The five highest correlation values (remember that you should be looking for the highest *absolute *values, so include negative values as well) are for the following variables:

**OverallQual**: the overall material and finish of the house (correlation = 0.79)

**GrLivArea**: the above-ground living area in feet (correlation = 0.71)

**GarageCars**: the size of the garage in car capacity (correlation = 0.64)

**GarageArea**: the size of the garage in square feet (correlation = 0.62)

**TotalBsmtSF**: the below-ground living area in fee (correlation = 0.61)

One of the requirements of linear regression is that independent variable must not be highly correlated with one another (the fancy word is multicollinearity). From the previous correlation matrix we ran, we can see that GarageCars and GarageArea are strongly correlated, with a value of 0.88, so one of these two variables can probably be removed. In addition, GrLivArea and TotalBsmtSF are also moderately correlated at 0.45 and it might be reasonable to remove one of these variables as well.

For the purposes of this tutorial, we are going to remove GarageArea and keep GarageCars, given the latter had a slightly stronger correlation with SalePrice. But we’ll keep both GrLivArea and TotalBsmtSF – we can always remove these later once we’ve applied linear regression.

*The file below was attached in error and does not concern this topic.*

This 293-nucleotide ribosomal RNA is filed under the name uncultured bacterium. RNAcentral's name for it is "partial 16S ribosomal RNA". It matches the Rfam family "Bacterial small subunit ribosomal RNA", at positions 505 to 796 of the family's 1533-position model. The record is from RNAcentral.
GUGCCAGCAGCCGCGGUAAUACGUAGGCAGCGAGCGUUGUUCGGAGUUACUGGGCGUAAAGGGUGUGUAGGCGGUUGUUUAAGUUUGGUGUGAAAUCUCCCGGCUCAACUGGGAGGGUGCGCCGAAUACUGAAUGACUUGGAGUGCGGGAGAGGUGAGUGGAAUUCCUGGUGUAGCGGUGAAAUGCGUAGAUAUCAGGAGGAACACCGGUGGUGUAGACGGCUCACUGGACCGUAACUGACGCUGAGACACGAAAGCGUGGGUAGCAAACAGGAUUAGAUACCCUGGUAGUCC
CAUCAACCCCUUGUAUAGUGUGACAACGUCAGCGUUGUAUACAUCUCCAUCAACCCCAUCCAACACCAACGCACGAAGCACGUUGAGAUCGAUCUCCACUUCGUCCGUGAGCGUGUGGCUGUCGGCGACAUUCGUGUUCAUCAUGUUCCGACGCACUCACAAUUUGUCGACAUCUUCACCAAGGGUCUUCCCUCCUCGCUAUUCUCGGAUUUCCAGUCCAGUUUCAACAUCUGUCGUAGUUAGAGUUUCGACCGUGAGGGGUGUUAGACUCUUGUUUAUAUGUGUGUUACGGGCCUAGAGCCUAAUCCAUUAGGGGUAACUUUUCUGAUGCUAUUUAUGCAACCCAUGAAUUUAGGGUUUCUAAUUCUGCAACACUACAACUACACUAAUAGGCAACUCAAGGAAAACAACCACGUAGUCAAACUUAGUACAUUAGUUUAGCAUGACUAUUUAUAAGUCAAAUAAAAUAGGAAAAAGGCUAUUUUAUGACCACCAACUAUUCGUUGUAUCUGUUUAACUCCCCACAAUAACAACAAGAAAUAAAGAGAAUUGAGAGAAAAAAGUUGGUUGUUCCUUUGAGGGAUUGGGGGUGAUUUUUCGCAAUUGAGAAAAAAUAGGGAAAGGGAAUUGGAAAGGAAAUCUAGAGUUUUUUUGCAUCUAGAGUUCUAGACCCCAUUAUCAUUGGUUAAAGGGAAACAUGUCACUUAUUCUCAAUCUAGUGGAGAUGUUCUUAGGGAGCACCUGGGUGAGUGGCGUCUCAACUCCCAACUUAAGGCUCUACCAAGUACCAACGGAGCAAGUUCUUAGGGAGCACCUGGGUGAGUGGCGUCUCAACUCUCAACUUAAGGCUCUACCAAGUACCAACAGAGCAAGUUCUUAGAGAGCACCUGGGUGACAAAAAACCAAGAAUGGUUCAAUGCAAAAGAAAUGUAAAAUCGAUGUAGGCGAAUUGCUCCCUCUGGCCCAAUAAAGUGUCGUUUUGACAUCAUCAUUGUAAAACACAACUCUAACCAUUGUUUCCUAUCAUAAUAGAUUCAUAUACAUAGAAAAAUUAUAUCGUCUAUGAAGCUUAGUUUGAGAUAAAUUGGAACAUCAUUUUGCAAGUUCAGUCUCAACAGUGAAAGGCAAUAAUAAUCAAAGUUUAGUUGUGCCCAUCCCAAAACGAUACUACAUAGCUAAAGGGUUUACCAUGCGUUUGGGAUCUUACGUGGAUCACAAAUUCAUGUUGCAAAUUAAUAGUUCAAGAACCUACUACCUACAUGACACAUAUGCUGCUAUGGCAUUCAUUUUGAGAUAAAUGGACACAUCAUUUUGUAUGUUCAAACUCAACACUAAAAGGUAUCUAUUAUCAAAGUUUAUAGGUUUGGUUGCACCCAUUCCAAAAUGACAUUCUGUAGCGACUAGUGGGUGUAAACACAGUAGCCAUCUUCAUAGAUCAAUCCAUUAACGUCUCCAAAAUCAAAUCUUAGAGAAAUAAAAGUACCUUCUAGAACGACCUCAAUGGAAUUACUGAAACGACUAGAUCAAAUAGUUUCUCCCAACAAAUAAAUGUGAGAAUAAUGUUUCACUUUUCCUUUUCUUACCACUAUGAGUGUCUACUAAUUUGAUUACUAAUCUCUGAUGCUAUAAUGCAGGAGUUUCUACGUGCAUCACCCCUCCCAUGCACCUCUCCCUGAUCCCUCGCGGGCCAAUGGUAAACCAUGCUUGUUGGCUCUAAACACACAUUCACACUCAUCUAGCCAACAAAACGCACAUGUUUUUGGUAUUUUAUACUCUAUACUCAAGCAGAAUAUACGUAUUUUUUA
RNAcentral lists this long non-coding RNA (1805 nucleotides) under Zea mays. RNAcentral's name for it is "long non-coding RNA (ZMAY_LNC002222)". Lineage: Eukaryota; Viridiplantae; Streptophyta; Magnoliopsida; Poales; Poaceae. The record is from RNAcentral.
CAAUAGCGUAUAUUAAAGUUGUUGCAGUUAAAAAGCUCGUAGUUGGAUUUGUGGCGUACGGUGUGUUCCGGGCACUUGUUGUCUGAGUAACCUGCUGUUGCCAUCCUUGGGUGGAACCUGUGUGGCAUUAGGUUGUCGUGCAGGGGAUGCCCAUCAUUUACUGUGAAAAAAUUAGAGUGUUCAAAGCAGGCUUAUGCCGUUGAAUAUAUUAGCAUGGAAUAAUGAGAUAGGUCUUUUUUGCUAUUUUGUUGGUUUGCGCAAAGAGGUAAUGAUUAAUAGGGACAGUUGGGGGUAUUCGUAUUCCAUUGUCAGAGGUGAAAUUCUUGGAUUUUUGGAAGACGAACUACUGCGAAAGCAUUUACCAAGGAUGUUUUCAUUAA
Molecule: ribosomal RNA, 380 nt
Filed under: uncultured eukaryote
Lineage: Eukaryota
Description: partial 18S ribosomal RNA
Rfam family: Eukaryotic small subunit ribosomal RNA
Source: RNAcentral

Helpfully, the method of applying machine learning regression algorithms in R usually follows a similar syntax, which is simply:

function(formula, data)

where *function *is the function for the algorithm you’ve chosen (in the case of linear regression, this is *lm*), *formula *is where you specify your dependent and independent variables separated by a ~ (ie. *dependent.variable ~ independent.variable.1 + independent.variable.2*….etc,), and *data *is where you specify the dataframe on which to train the algorithm.

To run a linear regression, type the following:

library(dplyr) train.sub <- train %>% select(SalePrice, OverallQual, GarageCars, GrLivArea, TotalBsmtSF) myModel <- lm(SalePrice ~., data = train.sub)